- With XeLaTeX or LuaLaTeX, the base class is `einfart`.

### Regarding the fonts

If you are using XeLaTeX or LuaLaTeX to compile your document, then the current document class requires the following open-source fonts that are not included in the standard TeX collection:

- The Source Han font series at [Adobe Fonts](https://github.com/adobe-fonts). More specifically:
  - Source Han Serif, [go to its Release page](https://github.com/adobe-fonts/source-han-serif/releases).
  - Source Han Sans, [go to its Release page](https://github.com/adobe-fonts/source-han-sans/releases).
  - Source Han Mono, [go to its Release page](https://github.com/adobe-fonts/source-han-mono/releases).
  > It is recommended to download the Super-OTC version, so that the total download size would be smaller, and the installation would be easier.

These are necessary if you wish to write your document in Chinese (either simplified or traditional) or Japanese. Also, without these fonts installed, the compilation speed might be much slower — the compilation would still pass, but the system shall spend (quite) some time verifying that the fonts are indeed missing before switching to the fallback fonts.

### Colors
The colors from Monday to Sunday have the internal names `jwjournal-color-1`, ..., `jwjournal-color-7`. Currently they are defined as:
latex colorlet { jwjournal-color-1 } { yellow!50!green } colorlet { jwjournal-color-2 } { yellow!70!orange } colorlet { jwjournal-color-3 } { cyan!70!blue } colorlet { jwjournal-color-4 } { violet } colorlet { jwjournal-color-5 } { yellow!40!cyan } colorlet { jwjournal-color-6 } { yellow!20!orange } colorlet { jwjournal-color-7 } { red!20!orange }

### Functionality
The main features are achieved with the power of LaTeX3's regex functionality. It scans the content paragraph by paragraph and converts recognized patterns into corresponding TeX commands. Thus, `2023-01-01 Weather` becomes `\JWJournalEntry{2023-01-01}{Weather}`, `[Note] ...` becomes `\item[Note] ...` inside a `description` environment, and `+++` is essentially `\enlargethispage{\baselineskip}`, etc. However, this comes with a price: in order to scan the content, it is firstly stored in a macro `\g_jwjournal_content_tl`, and that means that you cannot use commands like `\verb` in your main text (unless explicitly `\end{jwjournal}`, write your code, and then `\begin{jwjournal}`).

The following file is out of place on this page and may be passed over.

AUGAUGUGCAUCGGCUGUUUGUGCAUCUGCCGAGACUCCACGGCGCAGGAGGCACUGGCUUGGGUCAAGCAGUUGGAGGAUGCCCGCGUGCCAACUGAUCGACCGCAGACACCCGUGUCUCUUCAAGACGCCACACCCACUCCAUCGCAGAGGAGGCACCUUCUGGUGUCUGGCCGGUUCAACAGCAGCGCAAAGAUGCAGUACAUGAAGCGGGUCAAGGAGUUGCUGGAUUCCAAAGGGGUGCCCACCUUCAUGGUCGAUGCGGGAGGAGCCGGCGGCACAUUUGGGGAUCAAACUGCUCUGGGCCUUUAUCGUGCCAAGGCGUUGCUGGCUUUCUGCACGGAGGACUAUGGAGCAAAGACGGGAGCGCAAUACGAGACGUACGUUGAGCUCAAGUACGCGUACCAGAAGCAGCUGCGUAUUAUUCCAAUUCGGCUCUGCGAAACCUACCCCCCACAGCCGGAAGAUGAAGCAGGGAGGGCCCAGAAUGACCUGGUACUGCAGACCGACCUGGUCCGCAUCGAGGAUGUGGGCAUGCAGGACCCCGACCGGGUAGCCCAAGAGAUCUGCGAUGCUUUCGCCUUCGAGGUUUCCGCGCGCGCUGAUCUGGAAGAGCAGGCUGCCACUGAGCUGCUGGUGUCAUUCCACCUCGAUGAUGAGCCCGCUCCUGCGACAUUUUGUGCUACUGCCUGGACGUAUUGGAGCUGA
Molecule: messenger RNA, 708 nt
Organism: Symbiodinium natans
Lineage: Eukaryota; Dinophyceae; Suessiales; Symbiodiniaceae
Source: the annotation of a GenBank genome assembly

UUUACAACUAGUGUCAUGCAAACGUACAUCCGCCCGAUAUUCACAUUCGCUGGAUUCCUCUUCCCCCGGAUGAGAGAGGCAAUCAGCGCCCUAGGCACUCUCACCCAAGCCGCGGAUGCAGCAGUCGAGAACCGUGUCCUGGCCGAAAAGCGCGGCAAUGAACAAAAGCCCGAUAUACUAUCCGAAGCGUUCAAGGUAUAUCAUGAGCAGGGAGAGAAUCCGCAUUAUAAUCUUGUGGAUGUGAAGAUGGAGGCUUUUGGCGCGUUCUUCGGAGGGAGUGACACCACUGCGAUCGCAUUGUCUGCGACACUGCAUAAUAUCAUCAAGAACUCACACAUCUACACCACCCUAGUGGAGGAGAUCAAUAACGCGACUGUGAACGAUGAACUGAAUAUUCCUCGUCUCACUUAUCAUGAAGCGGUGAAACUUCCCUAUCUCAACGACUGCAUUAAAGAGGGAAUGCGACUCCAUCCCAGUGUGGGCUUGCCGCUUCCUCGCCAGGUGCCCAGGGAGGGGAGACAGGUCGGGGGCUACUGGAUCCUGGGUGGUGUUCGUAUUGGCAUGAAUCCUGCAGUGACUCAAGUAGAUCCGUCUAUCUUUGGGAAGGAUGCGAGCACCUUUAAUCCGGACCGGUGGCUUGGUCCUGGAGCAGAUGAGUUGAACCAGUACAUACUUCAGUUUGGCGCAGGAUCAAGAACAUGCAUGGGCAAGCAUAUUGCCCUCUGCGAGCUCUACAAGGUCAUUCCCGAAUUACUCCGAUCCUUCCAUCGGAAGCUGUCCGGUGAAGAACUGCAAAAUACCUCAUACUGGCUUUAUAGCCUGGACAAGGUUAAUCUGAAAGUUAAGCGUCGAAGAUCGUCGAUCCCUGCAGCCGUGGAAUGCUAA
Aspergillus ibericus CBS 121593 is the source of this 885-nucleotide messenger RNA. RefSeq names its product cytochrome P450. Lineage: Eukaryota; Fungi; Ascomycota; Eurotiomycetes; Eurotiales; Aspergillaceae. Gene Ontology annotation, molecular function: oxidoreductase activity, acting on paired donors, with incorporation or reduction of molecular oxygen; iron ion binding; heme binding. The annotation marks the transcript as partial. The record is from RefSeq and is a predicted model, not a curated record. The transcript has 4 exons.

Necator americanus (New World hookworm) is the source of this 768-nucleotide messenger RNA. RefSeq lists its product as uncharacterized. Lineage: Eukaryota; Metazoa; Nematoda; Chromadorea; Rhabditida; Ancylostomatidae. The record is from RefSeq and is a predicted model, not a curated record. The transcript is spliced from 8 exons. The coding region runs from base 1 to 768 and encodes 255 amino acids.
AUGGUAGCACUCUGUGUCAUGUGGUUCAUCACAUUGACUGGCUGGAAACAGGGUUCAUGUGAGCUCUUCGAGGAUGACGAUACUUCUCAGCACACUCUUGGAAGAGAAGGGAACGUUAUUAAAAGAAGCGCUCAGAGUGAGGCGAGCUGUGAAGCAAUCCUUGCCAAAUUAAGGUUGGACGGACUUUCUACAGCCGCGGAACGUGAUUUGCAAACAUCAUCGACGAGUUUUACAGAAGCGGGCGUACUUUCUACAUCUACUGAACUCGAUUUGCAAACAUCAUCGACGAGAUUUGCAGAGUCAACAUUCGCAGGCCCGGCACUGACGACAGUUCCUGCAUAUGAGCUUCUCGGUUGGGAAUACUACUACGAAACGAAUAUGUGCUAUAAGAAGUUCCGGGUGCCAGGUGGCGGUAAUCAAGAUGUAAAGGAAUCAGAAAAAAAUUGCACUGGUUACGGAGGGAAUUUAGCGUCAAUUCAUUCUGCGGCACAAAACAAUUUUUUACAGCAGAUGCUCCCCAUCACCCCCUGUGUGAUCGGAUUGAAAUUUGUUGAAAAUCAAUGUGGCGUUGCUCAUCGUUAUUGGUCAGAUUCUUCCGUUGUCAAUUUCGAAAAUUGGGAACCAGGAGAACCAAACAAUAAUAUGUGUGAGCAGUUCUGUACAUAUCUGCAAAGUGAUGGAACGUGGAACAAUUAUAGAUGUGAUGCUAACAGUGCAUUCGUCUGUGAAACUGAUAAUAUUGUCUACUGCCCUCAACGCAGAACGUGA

Also, synctex won't work properly.

### Dates
The conversion of date string to natural language, and the calculation of the day of the week are accomplished by `projlib-date`, part of the `ProjLib` toolkit, which is still at its early stage, in some aspects not as functional as existing package such as `datenumber`, but should evolve through time.

### Language and date format
Language and date format can both be set in two ways: as class option or with corresponding commands.
- The user-level command for setting language is `\UseLanguage`, provided by `projlib-language`; the one for setting date format is `\SetDatetimeInputFormat`, provided by `projlib-date`.
- When you set the language, it is not exactly the same using class option or using command: when you select a language via class option, only the setting for this language would be loaded; however, with `\UseLanguage`, it would load *all* the language settings and then switch to your selected one. Sometimes the page breaking behavior differs slightly. Personally I prefer the `\UseLanguage` approach, for this would allow you to switch language in the middle of your document.

### Scroll mode
The scroll mode is achieved by directly accessing `\pdfpageheight` (pdfTeX and XeTeX) or `\pageheight` (LuaTeX). The minimal page height is set to be `10in`. It is worth noting that in order to calculate the height needed, the entire content are put into a single box, which puts a limitation on the length of your document (but this usually wouldn't be a problem).

# License

This work is released under the LaTeX Project Public License, v1.3c or later.

Download the contents of this package in one zip archive (299.0k).

jwjournal – A personal class for writing journals

This document class enables the user to turn simple pure text entries into a colorful and nicely formatted journal.

Packagejwjournal
Repositoryhttps://github.com/Jinwen-XU/jwjournal
Version 2023-12-19
LicensesThe Project Public License 1.3c
Copyright2023 Jinwen XU
MaintainerJinwen XU
Contained inTeX Live as jwjournal
MiKTeX as jwjournal
TopicsClass
Multi-lingual
Experimental 3
Article-like
...